Ultrahigh frequencies of peripherally matured LGI1- and CASPR2-reactive B cells characterize the cerebrospinal fluid in autoimmune encephalitis
Theorell J., Harrison R., Williams R., Raybould MIJ., Zhao M., Fox H., Fower A., Miller G., Wu Z., Browne E., Mgbachi V., Sun B., Mopuri R., Li Y., Waters P., Deane CM., Handel A., Makuch M., Irani SR.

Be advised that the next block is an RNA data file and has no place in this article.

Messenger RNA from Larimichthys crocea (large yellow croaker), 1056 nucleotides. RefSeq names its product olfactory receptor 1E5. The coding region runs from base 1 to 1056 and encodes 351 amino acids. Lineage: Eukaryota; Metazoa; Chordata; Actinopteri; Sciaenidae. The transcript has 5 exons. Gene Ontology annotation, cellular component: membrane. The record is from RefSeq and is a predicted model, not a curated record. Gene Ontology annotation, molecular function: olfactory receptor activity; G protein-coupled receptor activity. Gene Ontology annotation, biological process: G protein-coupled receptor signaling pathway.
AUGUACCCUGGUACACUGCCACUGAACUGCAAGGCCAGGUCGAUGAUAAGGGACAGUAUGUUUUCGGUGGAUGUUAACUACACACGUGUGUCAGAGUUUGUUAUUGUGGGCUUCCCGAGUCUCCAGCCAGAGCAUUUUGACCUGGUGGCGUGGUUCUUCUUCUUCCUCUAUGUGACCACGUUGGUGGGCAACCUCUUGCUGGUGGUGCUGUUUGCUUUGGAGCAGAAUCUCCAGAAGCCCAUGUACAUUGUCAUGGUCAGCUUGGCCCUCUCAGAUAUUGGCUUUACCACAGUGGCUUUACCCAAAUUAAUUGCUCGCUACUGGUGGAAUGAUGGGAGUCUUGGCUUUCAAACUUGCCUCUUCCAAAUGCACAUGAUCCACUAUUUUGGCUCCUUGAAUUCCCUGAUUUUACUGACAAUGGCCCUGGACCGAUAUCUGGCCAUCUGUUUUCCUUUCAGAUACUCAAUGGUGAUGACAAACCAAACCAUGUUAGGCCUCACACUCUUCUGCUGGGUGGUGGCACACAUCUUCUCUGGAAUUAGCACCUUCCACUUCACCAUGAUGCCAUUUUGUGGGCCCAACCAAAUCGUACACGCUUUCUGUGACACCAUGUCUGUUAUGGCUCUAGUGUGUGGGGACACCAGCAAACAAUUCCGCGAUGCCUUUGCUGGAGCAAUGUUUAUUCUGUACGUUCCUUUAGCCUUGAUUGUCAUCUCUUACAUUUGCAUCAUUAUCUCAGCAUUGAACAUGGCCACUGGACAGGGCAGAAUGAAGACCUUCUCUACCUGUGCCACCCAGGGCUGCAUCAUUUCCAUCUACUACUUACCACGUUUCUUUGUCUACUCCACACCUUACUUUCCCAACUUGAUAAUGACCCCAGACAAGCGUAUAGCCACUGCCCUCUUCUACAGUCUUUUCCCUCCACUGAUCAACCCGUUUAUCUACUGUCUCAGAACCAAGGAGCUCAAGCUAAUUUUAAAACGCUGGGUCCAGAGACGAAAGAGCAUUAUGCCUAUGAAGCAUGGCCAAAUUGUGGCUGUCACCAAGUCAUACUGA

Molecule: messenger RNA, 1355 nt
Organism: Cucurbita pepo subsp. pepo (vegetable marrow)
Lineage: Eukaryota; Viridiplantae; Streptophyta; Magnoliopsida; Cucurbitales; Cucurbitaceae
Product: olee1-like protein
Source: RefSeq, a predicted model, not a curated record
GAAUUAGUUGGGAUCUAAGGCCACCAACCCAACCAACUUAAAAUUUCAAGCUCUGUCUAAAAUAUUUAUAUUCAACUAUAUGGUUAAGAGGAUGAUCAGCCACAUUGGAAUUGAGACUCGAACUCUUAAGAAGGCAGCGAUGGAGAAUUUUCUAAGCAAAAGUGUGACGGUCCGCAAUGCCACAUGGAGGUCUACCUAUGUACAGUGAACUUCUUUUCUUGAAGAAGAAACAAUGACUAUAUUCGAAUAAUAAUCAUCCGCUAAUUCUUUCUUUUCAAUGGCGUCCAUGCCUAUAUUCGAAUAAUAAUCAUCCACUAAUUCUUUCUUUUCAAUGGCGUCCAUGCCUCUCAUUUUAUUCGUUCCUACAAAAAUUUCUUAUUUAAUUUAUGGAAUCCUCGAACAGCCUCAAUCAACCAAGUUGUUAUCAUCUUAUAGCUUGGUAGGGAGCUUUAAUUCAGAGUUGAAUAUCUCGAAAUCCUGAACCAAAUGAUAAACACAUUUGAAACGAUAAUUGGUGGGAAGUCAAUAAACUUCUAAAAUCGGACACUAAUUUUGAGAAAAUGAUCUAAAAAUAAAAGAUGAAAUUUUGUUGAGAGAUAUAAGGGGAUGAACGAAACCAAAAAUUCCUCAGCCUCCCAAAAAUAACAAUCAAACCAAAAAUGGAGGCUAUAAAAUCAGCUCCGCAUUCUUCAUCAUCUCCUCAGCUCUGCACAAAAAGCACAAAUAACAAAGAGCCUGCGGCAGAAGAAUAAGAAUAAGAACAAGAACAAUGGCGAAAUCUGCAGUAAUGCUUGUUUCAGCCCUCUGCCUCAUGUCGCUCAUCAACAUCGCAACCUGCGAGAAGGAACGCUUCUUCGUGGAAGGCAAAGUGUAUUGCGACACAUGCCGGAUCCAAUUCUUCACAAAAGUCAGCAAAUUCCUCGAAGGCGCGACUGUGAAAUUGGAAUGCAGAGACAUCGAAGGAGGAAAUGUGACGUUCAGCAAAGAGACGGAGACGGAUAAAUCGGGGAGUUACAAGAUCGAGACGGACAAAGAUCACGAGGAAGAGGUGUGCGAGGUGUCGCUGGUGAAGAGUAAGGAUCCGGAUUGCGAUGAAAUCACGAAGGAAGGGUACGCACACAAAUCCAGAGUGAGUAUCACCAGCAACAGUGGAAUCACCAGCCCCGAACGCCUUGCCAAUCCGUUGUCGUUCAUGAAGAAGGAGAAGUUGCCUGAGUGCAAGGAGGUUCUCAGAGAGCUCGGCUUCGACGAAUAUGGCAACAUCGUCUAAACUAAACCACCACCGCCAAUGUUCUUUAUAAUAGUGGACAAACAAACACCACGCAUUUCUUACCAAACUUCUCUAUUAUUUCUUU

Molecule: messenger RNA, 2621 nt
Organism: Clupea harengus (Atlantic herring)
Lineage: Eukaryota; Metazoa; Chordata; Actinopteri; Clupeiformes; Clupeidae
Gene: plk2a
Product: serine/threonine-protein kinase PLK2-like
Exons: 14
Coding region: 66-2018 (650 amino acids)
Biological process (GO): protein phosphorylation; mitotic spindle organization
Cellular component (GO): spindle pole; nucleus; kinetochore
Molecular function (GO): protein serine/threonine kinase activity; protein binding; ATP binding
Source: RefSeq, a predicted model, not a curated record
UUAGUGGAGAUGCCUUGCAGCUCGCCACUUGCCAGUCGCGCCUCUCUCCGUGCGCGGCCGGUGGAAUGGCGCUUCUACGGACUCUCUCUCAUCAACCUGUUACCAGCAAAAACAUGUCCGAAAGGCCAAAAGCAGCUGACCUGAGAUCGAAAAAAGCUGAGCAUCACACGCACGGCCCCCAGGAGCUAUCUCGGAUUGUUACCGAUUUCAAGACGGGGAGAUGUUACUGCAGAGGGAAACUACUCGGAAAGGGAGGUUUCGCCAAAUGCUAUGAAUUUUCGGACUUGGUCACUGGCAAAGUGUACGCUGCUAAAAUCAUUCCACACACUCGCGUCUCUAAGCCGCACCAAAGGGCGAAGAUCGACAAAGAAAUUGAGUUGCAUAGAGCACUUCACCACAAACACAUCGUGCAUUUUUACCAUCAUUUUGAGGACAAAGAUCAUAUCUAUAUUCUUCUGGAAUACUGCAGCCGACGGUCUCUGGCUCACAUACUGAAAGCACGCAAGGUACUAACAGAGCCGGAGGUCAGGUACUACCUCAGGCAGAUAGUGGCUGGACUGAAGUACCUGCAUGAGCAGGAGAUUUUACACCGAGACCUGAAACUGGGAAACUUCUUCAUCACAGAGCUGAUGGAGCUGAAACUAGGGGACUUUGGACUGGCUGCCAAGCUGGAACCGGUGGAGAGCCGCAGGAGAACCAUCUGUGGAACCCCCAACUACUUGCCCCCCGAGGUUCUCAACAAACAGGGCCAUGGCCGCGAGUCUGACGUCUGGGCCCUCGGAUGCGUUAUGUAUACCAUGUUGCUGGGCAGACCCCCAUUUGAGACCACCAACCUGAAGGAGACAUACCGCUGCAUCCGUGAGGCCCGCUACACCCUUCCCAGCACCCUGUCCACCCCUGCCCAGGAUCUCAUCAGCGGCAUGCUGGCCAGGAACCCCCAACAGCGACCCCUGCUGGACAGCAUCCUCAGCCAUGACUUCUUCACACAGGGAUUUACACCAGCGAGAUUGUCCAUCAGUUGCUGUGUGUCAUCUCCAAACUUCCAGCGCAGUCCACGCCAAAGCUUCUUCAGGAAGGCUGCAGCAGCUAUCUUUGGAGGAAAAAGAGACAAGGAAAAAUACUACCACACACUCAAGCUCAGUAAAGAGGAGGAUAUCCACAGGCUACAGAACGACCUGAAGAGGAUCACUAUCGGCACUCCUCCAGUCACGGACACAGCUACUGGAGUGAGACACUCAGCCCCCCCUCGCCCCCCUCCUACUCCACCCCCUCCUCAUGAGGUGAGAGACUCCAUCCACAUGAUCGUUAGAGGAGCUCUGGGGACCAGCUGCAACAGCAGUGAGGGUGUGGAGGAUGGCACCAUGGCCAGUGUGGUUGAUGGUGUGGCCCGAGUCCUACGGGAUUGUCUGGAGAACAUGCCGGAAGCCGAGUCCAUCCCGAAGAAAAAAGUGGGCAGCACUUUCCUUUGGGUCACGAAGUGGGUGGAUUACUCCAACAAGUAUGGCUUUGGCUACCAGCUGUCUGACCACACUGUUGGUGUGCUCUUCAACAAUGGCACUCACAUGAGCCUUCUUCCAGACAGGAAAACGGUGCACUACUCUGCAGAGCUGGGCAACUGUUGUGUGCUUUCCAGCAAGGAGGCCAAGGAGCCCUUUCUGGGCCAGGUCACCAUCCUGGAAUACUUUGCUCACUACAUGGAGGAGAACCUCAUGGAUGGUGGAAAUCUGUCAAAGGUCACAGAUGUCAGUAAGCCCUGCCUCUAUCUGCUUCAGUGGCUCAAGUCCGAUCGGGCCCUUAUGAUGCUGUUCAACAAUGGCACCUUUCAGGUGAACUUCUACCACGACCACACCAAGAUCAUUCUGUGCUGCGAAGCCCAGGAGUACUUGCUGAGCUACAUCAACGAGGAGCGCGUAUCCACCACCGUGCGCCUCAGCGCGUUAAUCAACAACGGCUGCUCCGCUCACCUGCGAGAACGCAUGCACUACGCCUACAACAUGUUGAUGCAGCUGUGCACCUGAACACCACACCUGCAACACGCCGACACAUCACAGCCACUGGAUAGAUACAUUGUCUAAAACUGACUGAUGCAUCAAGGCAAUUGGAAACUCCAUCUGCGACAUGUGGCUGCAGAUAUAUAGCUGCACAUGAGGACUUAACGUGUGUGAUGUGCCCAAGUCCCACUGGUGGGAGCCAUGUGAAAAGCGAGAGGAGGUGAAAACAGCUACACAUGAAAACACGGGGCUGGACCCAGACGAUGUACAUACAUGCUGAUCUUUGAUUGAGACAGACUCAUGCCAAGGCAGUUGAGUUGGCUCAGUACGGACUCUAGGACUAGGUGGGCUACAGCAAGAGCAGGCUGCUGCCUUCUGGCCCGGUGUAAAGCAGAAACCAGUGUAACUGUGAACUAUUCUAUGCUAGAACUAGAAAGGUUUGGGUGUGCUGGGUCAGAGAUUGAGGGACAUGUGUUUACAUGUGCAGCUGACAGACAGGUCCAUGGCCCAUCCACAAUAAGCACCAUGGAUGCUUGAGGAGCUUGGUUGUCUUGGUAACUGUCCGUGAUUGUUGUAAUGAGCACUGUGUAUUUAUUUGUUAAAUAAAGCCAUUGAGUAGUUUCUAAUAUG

Intrathecal synthesis of central nervous system (CNS)-reactive autoantibodies is observed across patients with autoimmune encephalitis (AE), who show multiple residual neurobehavioral deficits and relapses despite immunotherapies. We leveraged two common forms of AE, mediated by leucine-rich glioma inactivated-1 (LGI1) and contactin-associated protein-like 2 (CASPR2) antibodies, as human models to comprehensively reconstruct and profile cerebrospinal fluid (CSF) B cell receptor (BCR) characteristics. We hypothesized that the resultant observations would both inform the observed therapeutic gap and determine the contribution of intrathecal maturation to pathogenic B cell lineages. From the CSF of three patients, 381 cognate-paired IgG BCRs were isolated by cell sorting and scRNA-seq, and 166 expressed as monoclonal antibodies (mAbs). Sixty-two percent of mAbs from singleton BCRs reacted with either LGI1 or CASPR2 and, strikingly, this rose to 100% of cells in clonal groups with ≥4 members. These autoantigen-reactivities were more concentrated within antibody-secreting cells (ASCs) versus B cells ( P < 0.0001), and both these cell types were more differentiated than LGI1- and CASPR2-unreactive counterparts. Despite greater differentiation, autoantigen-reactive cells had acquired few mutations intrathecally and showed minimal variation in autoantigen affinities within clonal expansions. Also, limited CSF T cell receptor clonality was observed. In contrast, a comparison of germline-encoded BCRs versus the founder intrathecal clone revealed marked gains in both affinity and mutational distances ( P = 0.004 and P < 0.0001, respectively). Taken together, in patients with LGI1 and CASPR2 antibody encephalitis, our results identify CSF as a compartment with a remarkably high frequency of clonally expanded autoantigen-reactive ASCs whose BCR maturity appears dominantly acquired outside the CNS.